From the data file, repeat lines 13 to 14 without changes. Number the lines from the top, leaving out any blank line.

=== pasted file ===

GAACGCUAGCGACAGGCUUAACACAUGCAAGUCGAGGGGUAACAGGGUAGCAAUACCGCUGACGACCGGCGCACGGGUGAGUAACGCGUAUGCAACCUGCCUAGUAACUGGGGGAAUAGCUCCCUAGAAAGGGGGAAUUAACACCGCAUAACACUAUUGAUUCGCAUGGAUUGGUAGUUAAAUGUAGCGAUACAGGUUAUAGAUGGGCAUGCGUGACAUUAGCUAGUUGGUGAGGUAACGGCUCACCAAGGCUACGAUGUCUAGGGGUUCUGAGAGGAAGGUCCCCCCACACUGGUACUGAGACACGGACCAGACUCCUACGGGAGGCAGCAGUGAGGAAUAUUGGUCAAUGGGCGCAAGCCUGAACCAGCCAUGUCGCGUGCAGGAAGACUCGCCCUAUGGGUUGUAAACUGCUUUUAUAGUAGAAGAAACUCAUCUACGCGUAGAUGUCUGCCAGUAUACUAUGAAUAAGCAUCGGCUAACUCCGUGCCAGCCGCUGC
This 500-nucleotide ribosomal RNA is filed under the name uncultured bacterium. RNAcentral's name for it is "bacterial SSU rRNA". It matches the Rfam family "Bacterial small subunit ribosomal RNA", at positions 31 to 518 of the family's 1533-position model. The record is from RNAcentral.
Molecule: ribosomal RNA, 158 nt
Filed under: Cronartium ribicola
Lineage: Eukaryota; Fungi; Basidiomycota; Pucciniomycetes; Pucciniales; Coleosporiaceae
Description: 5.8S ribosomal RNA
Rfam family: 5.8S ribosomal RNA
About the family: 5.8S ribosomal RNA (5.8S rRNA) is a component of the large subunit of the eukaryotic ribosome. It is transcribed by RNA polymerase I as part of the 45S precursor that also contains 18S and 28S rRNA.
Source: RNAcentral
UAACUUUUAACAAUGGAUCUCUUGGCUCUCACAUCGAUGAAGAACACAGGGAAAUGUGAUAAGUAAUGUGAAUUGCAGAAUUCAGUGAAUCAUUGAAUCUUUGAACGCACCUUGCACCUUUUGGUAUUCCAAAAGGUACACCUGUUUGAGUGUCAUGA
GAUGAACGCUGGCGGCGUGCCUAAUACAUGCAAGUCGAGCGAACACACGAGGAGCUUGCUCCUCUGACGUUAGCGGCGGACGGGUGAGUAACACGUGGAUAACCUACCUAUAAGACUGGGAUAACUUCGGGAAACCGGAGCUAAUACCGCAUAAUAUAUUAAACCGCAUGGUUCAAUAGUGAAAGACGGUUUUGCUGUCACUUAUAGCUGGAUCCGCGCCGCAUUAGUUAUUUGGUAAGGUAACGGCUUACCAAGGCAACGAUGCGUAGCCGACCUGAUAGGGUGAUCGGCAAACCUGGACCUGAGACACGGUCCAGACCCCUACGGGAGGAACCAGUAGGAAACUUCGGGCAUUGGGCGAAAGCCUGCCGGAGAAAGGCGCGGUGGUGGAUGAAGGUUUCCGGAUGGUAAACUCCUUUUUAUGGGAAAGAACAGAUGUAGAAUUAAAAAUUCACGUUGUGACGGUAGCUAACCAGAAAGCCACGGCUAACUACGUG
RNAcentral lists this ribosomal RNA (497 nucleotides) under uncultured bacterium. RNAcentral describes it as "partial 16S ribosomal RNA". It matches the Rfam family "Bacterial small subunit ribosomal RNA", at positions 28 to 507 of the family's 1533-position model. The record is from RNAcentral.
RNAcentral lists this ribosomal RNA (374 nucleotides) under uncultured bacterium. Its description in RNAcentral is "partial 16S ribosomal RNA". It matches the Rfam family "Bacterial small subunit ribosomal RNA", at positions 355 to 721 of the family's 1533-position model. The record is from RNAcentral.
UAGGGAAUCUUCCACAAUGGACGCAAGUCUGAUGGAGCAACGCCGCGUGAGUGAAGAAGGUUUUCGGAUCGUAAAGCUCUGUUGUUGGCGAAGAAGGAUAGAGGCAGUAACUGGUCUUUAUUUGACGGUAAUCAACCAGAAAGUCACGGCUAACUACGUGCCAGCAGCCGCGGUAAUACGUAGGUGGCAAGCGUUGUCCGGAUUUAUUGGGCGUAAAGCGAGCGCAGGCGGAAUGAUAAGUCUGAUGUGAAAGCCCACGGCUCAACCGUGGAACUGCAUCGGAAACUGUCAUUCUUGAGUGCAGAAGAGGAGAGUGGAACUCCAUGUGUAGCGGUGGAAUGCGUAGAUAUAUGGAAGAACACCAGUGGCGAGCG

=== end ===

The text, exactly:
RNAcentral lists this ribosomal RNA (374 nucleotides) under uncultured bacterium. Its description in RNAcentral is "partial 16S ribosomal RNA". It matches the Rfam family "Bacterial small subunit ribosomal RNA", at positions 355 to 721 of the family's 1533-position model. The record is from RNAcentral.
UAGGGAAUCUUCCACAAUGGACGCAAGUCUGAUGGAGCAACGCCGCGUGAGUGAAGAAGGUUUUCGGAUCGUAAAGCUCUGUUGUUGGCGAAGAAGGAUAGAGGCAGUAACUGGUCUUUAUUUGACGGUAAUCAACCAGAAAGUCACGGCUAACUACGUGCCAGCAGCCGCGGUAAUACGUAGGUGGCAAGCGUUGUCCGGAUUUAUUGGGCGUAAAGCGAGCGCAGGCGGAAUGAUAAGUCUGAUGUGAAAGCCCACGGCUCAACCGUGGAACUGCAUCGGAAACUGUCAUUCUUGAGUGCAGAAGAGGAGAGUGGAACUCCAUGUGUAGCGGUGGAAUGCGUAGAUAUAUGGAAGAACACCAGUGGCGAGCG